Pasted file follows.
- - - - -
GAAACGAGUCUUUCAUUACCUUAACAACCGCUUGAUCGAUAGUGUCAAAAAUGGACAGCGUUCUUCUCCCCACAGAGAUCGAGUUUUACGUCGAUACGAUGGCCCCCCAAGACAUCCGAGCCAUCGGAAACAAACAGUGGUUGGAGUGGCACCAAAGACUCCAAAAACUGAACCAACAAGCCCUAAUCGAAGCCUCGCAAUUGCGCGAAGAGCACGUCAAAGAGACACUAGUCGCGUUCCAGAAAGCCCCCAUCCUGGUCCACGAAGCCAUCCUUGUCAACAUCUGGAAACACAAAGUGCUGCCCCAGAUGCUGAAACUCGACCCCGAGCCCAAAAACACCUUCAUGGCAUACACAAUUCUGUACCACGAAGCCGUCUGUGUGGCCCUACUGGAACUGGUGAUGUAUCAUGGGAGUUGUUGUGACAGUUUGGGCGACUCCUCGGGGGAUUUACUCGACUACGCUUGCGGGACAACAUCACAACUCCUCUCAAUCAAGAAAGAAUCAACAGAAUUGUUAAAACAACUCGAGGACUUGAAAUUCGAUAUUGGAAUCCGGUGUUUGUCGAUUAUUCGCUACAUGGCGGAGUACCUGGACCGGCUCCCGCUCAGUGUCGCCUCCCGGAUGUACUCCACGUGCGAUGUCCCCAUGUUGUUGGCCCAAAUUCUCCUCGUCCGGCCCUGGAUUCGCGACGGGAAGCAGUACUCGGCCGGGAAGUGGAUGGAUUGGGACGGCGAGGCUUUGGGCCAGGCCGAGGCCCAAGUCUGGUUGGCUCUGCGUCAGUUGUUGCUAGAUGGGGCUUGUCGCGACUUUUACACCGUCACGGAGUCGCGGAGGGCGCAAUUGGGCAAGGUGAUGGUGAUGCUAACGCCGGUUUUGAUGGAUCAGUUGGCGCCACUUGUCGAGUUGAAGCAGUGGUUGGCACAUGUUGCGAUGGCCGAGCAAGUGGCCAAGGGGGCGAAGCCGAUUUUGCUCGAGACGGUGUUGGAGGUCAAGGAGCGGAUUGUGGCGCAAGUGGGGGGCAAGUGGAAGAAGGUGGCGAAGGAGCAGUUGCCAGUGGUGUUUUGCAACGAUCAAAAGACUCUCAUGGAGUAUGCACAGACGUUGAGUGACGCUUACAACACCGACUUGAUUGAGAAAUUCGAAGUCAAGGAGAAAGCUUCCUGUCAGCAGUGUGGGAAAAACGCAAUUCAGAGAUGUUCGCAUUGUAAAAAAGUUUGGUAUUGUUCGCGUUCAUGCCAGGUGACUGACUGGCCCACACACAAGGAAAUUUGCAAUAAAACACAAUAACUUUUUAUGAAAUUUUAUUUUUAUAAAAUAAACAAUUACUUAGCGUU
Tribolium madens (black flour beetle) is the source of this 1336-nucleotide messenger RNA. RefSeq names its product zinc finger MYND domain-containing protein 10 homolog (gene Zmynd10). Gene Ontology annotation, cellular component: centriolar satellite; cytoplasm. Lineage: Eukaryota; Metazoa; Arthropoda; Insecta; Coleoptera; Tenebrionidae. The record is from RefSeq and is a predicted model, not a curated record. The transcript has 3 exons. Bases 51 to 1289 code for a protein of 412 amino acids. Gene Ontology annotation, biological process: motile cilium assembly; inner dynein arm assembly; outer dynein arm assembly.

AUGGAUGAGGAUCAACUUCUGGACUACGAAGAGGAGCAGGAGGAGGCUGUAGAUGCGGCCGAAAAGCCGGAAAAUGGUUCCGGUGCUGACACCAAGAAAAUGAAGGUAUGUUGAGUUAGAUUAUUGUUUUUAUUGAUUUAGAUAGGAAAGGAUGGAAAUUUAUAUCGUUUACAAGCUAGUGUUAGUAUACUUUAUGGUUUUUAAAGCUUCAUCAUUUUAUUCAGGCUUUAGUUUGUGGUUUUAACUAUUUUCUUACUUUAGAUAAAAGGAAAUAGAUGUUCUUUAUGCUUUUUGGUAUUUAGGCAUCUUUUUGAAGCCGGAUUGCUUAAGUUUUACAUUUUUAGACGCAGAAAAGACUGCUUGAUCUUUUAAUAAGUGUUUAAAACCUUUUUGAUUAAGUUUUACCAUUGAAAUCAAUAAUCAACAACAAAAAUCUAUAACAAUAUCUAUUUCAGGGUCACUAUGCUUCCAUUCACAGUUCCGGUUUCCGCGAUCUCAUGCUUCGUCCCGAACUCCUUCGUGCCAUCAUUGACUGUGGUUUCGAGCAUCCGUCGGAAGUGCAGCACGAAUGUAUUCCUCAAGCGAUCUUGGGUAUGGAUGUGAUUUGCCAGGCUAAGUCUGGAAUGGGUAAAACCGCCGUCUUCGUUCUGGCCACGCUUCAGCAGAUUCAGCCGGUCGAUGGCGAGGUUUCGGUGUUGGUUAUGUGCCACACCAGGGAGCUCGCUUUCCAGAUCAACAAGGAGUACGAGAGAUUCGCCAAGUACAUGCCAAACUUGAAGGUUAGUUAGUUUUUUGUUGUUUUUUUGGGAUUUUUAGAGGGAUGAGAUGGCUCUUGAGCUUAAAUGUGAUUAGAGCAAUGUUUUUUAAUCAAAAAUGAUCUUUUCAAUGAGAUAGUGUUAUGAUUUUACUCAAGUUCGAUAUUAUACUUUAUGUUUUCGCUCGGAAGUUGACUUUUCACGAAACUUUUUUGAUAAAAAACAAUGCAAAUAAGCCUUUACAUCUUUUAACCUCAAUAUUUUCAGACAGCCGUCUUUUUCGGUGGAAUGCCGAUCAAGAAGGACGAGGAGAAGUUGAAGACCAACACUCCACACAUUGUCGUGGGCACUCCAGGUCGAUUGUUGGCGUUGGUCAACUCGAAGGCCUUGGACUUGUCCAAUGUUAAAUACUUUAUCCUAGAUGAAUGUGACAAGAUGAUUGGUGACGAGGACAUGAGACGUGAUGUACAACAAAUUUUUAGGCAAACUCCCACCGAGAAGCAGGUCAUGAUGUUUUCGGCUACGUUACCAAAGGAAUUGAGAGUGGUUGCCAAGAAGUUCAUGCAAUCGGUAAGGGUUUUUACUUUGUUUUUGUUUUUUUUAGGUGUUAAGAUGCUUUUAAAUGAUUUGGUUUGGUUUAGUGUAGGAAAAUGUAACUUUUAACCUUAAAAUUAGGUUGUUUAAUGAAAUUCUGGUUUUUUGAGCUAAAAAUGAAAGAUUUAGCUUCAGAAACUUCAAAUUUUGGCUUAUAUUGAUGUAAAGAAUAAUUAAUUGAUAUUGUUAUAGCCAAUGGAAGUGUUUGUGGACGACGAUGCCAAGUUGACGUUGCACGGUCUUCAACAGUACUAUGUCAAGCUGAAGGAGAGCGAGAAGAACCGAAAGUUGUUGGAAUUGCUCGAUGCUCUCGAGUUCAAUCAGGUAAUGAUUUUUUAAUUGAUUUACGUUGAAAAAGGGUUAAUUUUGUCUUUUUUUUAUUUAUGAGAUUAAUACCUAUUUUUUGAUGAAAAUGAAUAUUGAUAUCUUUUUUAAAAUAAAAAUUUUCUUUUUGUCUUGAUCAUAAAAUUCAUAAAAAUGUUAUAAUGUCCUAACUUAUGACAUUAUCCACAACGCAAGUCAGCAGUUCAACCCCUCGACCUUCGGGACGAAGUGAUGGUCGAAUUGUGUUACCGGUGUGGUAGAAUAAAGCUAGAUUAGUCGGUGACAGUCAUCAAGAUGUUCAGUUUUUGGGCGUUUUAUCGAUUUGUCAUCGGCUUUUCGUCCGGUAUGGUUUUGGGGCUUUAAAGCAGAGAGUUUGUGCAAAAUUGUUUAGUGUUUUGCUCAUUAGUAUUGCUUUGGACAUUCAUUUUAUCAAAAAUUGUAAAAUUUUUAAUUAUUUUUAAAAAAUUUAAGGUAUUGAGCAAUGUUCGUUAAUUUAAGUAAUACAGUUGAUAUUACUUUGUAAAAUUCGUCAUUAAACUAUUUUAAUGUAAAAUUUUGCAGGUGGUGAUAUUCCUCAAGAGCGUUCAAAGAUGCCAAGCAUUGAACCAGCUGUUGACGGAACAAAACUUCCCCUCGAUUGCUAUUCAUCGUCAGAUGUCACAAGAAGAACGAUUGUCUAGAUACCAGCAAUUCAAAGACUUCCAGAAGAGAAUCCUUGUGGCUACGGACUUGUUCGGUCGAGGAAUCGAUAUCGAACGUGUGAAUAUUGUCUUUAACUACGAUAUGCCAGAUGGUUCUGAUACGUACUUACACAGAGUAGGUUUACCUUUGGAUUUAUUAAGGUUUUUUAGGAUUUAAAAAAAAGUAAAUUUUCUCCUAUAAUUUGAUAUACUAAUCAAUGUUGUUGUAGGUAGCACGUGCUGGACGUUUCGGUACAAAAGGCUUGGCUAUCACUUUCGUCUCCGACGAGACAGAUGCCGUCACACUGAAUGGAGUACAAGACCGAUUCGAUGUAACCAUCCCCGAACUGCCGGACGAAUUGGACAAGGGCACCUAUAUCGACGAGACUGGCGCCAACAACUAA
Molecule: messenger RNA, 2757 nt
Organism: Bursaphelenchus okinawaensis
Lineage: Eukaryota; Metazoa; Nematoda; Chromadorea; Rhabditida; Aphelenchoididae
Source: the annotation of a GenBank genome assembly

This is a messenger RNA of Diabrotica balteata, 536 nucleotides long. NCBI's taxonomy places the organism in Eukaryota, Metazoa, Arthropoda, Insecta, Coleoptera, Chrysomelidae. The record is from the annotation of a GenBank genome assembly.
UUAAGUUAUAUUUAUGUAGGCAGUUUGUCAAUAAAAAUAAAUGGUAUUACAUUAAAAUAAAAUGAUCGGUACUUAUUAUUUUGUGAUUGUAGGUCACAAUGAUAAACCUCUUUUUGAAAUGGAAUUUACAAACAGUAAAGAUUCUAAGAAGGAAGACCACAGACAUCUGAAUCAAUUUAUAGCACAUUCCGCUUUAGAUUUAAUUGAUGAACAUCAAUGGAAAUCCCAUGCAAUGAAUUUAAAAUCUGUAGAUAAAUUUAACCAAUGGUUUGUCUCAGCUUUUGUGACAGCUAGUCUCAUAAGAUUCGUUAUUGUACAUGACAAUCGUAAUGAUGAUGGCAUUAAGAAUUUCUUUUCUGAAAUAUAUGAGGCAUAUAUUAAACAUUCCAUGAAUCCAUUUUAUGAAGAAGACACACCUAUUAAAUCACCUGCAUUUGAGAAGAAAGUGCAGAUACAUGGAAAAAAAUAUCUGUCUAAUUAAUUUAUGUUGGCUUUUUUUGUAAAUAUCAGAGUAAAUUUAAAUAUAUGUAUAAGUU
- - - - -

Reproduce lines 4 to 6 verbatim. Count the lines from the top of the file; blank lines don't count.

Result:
Molecule: messenger RNA, 2757 nt
Organism: Bursaphelenchus okinawaensis
Lineage: Eukaryota; Metazoa; Nematoda; Chromadorea; Rhabditida; Aphelenchoididae